Grab your bathing suit and Swimmies, because this summer a 1,000 foot water slide is coming to Portland.

The City Council on Monday approved a “Slide the City” event for Aug. 1 that will convert the northbound lanes of Franklin Street into a giant water slide. The event is expected to draw 2,000 to 5,000 people.

But councilors postponed a vote on whether to allow a temporary pop-up park near the Press Hotel that would close a small portion of Federal Street for about four months beginning in June.

Slide the City is a national company that holds events featuring a long piece of vinyl and lots of water. Sliders ride an inflated tube down the slippery slope.

An undisclosed portion of the proceeds will go to a local charity or the city. Details were not available on Monday.

According to Slide the City website, Portland participants would pay $15 to $55 for a ticket. Sliders receive a tube, a mouth guard and drawstring bag. Ticket types are for one slide, three slides and VIP – an unlimited number of slides.

Resident Steven Scharf opposed the proposal because it will be run by a private for-profit corporation and up to 80,000 gallons of water could be used and discharged into the city’s combined sewer overflow system.

“A water slide on a city street? I’m perplexed why we would allow a private entity to create a business for one day on a city street,” Scharf said. “I just can’t understand why the city would ever conceive this is something that would benefit Portland and its residents.”

Troy Moon, the city’s environmental programs manager, said the city looked into recirculating the water, but that would have required the addition of chlorine. “It just wasn’t practical to do.”

Councilors supported the proposal, noting that the city often closes streets for recreational events. Councilor Jill Duson cited Sundays on the Boulevard as an example.

“I think it’s an attraction, it’s part of the energy of the city,” she said.

The 1,000 foot Slip N’ Slide would be located on the northbound lanes of Franklin Street from Cumberland Avenue to Fox Street. Traffic heading west on Fox Street would be detoured onto Diamond Street. Eastbound traffic on Somerset Street would only be allowed to turn right. Traffic would flow regularly on Marginal Way and the south-bound lanes of Franklin Street.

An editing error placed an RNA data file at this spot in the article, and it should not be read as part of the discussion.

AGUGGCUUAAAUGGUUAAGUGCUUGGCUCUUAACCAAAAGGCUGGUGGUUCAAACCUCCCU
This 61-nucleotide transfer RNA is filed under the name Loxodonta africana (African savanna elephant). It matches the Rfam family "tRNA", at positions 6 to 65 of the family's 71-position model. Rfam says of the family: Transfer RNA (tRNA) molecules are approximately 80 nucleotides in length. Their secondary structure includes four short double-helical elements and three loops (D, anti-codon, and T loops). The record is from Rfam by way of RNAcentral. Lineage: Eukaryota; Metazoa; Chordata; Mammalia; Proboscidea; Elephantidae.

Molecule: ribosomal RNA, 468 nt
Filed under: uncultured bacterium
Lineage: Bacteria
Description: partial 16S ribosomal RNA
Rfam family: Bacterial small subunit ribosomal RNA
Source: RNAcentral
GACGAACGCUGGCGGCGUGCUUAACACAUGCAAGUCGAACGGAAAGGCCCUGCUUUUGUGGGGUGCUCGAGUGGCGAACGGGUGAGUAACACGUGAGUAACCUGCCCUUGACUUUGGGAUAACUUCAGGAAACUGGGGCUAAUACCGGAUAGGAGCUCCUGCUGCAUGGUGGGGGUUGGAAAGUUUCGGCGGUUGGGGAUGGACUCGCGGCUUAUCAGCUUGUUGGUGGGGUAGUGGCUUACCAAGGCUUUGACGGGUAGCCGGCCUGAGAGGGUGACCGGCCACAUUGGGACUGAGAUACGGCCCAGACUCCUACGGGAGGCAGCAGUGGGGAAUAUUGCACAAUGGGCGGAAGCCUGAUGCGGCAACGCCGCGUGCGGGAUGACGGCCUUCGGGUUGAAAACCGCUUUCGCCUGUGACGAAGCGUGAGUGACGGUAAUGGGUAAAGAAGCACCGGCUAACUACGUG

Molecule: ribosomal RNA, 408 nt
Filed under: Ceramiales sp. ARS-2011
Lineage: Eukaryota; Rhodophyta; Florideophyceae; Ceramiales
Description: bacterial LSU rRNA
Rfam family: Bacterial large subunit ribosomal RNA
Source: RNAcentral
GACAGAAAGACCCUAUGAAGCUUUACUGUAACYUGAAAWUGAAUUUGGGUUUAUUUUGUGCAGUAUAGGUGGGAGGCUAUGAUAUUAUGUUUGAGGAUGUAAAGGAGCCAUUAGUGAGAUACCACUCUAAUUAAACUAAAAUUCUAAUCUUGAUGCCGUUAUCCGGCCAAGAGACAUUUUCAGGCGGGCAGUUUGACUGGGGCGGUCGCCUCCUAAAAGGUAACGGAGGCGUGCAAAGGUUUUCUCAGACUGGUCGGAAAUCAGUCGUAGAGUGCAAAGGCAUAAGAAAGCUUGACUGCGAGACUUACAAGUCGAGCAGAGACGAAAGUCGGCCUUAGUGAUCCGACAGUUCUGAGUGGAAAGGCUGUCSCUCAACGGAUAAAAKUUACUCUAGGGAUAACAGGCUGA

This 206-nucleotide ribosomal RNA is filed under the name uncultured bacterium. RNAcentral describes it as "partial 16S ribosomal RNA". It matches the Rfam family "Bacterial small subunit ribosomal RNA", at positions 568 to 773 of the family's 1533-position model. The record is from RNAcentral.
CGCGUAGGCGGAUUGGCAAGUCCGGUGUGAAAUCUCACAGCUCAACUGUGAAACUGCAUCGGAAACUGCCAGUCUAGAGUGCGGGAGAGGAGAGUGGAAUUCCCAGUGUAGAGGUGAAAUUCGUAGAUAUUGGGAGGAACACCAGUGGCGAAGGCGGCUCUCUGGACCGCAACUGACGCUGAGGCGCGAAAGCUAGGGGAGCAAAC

The closures have been reviewed and approved by the Maine Department of Transportation.


Councilors postponed until May 4 a vote on whether the Press Hotel would be allowed to close Federal Street between Exchange to Market streets to create a temporary park that would feature live entertainment from June 5 to Oct 12.

The area would be spruced up with benches, carpeting and lights for a series of performances including acoustic music, one-act plays, poetry readings, art exhibits, film, dance and circus performances.

Areas businesses, such as Swiss Time and Optical Expressions, which don’t get a lot of tourist traffic, opposed the pop-up park because of parking and safety concerns. They were not notified about the idea until late in the process.

Stephanie Guyot, owner of Swiss Time, a 40-year-old family business, said her customers rely on parking and being able to get in and out of the area easily. She welcomed the hotel, but not at the expense of parking.

“We feel enough is enough. The hotel has already taken 10 spaces on Exchange Street and other spaces on Market Street,” Guyot said. “If this was for a weekend, this wouldn’t a big deal. Four months is a long time to close a city street.”

Councilors generally supported the plan, but postponed the vote to give staff more time to work with concerned businesses.

“I think it’s a great idea, but it does have an obvious impact,” Councilor Jill Duson said.

Members of the council’s transportation committee recommended approval of the proposal. Councilor Jon Hinck said the committee heard that businesses had not been made aware of the proposal until recently.

“All I can say that the outreach was not sufficient,” Hinck said.

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